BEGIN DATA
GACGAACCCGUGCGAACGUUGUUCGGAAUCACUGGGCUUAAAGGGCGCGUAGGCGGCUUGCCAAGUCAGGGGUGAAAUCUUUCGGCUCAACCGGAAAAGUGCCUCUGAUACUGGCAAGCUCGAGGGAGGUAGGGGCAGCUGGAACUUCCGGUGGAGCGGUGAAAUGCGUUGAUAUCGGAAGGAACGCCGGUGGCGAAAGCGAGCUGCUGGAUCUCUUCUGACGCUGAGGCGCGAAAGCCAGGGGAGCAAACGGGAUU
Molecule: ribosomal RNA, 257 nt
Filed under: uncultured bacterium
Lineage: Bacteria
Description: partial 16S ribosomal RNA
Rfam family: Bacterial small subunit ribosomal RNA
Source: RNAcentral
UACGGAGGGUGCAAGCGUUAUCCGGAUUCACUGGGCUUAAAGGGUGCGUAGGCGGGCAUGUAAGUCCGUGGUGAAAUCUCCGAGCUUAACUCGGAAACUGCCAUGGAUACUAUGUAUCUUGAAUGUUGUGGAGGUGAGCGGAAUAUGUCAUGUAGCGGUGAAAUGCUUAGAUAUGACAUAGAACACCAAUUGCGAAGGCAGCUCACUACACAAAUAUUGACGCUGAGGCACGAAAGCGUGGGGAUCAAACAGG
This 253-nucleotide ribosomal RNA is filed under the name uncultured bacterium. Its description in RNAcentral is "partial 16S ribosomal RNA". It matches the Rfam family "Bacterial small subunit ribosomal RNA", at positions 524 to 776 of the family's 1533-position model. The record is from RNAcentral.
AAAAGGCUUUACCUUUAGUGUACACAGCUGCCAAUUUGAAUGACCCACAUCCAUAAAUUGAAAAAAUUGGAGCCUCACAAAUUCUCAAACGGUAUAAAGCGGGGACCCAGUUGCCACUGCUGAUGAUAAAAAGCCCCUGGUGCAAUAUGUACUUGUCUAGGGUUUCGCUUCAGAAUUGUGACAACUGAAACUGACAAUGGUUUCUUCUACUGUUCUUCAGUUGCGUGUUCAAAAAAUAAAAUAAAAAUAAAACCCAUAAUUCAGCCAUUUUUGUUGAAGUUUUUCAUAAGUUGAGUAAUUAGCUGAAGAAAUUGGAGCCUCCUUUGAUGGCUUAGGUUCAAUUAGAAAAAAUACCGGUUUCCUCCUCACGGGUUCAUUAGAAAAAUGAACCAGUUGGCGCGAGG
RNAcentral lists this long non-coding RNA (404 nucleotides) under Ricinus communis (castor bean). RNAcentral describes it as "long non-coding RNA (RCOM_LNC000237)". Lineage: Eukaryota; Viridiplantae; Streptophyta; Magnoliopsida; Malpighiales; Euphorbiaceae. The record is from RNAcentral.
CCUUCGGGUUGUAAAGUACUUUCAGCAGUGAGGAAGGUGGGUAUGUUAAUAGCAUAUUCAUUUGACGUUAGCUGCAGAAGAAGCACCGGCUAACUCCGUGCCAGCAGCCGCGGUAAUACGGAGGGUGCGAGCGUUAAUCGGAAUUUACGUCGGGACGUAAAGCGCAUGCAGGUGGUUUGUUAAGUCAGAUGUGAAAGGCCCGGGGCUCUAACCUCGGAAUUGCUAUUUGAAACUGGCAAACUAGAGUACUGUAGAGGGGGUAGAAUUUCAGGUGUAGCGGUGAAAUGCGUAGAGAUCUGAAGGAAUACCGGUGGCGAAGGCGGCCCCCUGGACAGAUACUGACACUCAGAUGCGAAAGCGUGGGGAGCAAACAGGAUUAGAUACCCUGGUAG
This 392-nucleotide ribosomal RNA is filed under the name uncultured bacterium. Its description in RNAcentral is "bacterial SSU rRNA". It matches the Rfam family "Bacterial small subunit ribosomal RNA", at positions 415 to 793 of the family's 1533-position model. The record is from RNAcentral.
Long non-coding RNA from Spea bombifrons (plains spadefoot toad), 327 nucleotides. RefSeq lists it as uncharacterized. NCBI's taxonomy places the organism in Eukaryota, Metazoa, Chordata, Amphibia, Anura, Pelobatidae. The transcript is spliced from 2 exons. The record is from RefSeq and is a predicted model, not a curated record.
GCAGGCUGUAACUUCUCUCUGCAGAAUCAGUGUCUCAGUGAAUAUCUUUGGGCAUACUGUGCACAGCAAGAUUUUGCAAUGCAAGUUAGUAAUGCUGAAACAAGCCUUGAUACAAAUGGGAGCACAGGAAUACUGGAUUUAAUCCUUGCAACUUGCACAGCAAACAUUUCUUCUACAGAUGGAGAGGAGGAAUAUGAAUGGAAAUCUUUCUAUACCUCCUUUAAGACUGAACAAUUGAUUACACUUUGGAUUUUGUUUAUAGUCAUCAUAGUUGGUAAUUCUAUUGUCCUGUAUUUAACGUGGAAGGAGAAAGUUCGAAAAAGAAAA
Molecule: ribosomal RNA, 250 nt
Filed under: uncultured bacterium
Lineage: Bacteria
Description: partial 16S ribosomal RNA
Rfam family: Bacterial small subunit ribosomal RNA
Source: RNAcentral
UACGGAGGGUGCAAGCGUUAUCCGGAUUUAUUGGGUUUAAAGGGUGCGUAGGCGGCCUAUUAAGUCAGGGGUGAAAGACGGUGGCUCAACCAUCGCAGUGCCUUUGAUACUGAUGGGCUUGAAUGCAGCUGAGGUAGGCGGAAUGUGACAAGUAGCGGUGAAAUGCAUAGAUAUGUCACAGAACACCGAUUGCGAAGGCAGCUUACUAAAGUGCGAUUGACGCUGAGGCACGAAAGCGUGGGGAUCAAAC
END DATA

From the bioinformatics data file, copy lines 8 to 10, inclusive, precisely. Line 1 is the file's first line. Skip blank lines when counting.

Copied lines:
UACGGAGGGUGCAAGCGUUAUCCGGAUUCACUGGGCUUAAAGGGUGCGUAGGCGGGCAUGUAAGUCCGUGGUGAAAUCUCCGAGCUUAACUCGGAAACUGCCAUGGAUACUAUGUAUCUUGAAUGUUGUGGAGGUGAGCGGAAUAUGUCAUGUAGCGGUGAAAUGCUUAGAUAUGACAUAGAACACCAAUUGCGAAGGCAGCUCACUACACAAAUAUUGACGCUGAGGCACGAAAGCGUGGGGAUCAAACAGG
This 253-nucleotide ribosomal RNA is filed under the name uncultured bacterium. Its description in RNAcentral is "partial 16S ribosomal RNA". It matches the Rfam family "Bacterial small subunit ribosomal RNA", at positions 524 to 776 of the family's 1533-position model. The record is from RNAcentral.
AAAAGGCUUUACCUUUAGUGUACACAGCUGCCAAUUUGAAUGACCCACAUCCAUAAAUUGAAAAAAUUGGAGCCUCACAAAUUCUCAAACGGUAUAAAGCGGGGACCCAGUUGCCACUGCUGAUGAUAAAAAGCCCCUGGUGCAAUAUGUACUUGUCUAGGGUUUCGCUUCAGAAUUGUGACAACUGAAACUGACAAUGGUUUCUUCUACUGUUCUUCAGUUGCGUGUUCAAAAAAUAAAAUAAAAAUAAAACCCAUAAUUCAGCCAUUUUUGUUGAAGUUUUUCAUAAGUUGAGUAAUUAGCUGAAGAAAUUGGAGCCUCCUUUGAUGGCUUAGGUUCAAUUAGAAAAAAUACCGGUUUCCUCCUCACGGGUUCAUUAGAAAAAUGAACCAGUUGGCGCGAGG